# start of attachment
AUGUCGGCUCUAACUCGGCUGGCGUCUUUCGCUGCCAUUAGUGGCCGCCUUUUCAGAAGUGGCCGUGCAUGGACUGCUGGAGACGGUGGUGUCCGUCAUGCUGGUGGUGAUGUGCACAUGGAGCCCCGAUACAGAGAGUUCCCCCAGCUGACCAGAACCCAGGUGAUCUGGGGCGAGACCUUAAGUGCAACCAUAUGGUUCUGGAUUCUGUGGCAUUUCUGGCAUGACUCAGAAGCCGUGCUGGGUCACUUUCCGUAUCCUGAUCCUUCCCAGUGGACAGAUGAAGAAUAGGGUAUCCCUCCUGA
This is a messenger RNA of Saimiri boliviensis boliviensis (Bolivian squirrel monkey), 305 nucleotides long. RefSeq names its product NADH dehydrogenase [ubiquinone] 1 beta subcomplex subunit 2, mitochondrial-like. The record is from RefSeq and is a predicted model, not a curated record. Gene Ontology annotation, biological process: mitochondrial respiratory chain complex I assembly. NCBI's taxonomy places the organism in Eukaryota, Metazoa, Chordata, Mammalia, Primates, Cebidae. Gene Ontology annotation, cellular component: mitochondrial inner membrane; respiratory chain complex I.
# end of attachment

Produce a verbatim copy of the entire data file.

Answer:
AUGUCGGCUCUAACUCGGCUGGCGUCUUUCGCUGCCAUUAGUGGCCGCCUUUUCAGAAGUGGCCGUGCAUGGACUGCUGGAGACGGUGGUGUCCGUCAUGCUGGUGGUGAUGUGCACAUGGAGCCCCGAUACAGAGAGUUCCCCCAGCUGACCAGAACCCAGGUGAUCUGGGGCGAGACCUUAAGUGCAACCAUAUGGUUCUGGAUUCUGUGGCAUUUCUGGCAUGACUCAGAAGCCGUGCUGGGUCACUUUCCGUAUCCUGAUCCUUCCCAGUGGACAGAUGAAGAAUAGGGUAUCCCUCCUGA
This is a messenger RNA of Saimiri boliviensis boliviensis (Bolivian squirrel monkey), 305 nucleotides long. RefSeq names its product NADH dehydrogenase [ubiquinone] 1 beta subcomplex subunit 2, mitochondrial-like. The record is from RefSeq and is a predicted model, not a curated record. Gene Ontology annotation, biological process: mitochondrial respiratory chain complex I assembly. NCBI's taxonomy places the organism in Eukaryota, Metazoa, Chordata, Mammalia, Primates, Cebidae. Gene Ontology annotation, cellular component: mitochondrial inner membrane; respiratory chain complex I.